And believe me, most of us wish this man had never been elected. I hope that some day we will look back at this administration, bow our heads in shame, and promise to never, ever sink so low again. As with the earthquake in Haiti, it will probably take many years to repair all the damage that Donald Trump has caused. But with Americans like Martine, I have hope that it will be not only possible, but highly probable.

shithole

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Don’t Compare. Contrast!

A lot of women in America (and, I’m sure, in other places as well) are trained from practically birth to compare themselves to others and find themselves wanting. We can’t live up to those photoshopped models in the fashion magazines. How many of us look in the mirror and are unsatisfied with what we see? I know I am. My thighs are bigger than your thighs. Trust me. I know.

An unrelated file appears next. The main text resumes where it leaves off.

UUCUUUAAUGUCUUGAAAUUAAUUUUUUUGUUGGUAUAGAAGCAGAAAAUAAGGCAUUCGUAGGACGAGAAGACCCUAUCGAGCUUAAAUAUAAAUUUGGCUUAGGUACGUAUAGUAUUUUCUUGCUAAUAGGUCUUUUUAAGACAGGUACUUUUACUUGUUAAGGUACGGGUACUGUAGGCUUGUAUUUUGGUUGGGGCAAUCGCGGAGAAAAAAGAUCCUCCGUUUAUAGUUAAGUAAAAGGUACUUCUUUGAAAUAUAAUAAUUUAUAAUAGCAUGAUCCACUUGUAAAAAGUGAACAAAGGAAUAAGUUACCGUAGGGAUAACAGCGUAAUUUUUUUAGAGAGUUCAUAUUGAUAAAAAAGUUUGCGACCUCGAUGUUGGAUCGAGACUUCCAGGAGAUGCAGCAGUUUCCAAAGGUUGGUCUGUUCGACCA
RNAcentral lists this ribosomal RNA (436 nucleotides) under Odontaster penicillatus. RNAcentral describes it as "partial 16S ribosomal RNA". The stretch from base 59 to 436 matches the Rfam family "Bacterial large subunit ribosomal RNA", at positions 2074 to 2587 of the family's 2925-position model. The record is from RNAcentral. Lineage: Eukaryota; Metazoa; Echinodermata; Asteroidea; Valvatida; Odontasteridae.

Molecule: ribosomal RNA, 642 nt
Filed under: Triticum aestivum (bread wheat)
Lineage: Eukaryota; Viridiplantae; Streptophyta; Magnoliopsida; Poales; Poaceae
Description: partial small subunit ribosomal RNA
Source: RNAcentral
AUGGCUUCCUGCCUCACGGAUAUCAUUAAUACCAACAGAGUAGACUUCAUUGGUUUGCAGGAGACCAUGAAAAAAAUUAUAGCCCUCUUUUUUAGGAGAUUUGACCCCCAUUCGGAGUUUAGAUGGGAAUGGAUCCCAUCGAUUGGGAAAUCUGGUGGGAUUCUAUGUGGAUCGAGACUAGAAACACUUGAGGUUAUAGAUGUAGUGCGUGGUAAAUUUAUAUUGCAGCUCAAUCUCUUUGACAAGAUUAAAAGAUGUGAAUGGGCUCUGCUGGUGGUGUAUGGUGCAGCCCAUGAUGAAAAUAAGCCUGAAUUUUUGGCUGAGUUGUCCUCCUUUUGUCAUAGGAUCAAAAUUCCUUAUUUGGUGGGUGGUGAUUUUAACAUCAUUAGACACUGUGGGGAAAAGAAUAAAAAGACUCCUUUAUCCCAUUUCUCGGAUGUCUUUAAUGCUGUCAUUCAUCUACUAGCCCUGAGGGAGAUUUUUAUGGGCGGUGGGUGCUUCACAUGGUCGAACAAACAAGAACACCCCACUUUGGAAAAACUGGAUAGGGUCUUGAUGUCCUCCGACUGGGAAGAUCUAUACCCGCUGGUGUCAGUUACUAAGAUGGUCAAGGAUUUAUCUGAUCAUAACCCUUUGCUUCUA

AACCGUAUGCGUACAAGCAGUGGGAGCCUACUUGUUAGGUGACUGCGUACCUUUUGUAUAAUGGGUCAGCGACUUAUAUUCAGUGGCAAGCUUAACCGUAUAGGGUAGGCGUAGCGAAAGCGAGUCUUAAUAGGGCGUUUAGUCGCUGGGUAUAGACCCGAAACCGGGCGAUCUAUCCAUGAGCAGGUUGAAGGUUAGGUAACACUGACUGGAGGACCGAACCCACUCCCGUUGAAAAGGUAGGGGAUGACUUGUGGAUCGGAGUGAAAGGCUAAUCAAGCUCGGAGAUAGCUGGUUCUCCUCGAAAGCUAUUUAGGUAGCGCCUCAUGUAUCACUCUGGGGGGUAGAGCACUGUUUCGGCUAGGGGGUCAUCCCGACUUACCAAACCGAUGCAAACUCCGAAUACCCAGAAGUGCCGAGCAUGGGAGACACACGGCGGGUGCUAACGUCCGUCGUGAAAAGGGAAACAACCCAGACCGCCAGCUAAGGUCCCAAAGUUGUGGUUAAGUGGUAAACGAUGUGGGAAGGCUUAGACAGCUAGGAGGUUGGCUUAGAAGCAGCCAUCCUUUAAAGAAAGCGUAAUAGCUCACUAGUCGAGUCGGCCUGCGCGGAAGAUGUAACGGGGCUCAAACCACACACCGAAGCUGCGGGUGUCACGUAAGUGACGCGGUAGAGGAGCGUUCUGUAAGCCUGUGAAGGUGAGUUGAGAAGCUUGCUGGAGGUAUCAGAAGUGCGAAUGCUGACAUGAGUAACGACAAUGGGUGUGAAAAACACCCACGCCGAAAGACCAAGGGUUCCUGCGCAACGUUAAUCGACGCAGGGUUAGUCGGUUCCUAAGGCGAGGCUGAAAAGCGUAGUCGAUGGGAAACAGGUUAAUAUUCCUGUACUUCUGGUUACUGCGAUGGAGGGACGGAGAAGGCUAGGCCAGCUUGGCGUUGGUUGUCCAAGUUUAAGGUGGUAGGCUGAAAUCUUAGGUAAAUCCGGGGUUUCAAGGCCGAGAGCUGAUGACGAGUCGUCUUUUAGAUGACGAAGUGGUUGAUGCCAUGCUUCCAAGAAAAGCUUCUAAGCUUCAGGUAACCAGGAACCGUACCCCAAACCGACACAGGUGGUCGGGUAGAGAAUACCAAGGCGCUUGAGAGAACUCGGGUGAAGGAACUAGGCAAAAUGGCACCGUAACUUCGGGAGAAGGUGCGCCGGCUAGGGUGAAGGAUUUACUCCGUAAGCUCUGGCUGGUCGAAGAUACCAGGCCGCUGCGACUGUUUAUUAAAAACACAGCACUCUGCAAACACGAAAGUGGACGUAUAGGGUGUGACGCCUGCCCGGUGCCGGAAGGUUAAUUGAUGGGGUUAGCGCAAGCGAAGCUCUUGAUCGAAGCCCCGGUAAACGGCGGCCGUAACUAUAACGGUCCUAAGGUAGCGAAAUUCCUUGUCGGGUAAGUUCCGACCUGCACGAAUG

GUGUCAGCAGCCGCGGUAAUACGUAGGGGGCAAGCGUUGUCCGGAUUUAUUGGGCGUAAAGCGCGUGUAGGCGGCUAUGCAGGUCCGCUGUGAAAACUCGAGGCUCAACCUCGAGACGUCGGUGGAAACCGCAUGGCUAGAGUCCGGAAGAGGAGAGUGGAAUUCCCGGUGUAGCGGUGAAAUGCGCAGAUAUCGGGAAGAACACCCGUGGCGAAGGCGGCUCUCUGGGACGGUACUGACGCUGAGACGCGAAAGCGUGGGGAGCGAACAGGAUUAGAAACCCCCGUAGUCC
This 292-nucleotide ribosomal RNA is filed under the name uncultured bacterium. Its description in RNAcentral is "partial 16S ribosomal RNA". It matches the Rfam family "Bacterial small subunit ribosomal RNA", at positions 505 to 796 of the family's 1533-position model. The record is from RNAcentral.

This “training” is such a big part of our culture that I suspect many of us don’t realize we’re doing it. I’m sure, for example, my mother didn’t do it intentionally. But those times that she said she wouldn’t “be seen in public” with me “looking like that” sent me a message, loud and clear. There’s some unwritten standard, and I do not meet it. And I got that message at school, on TV, in magazines, in music, from every man and boy who crossed my path, ad nauseum.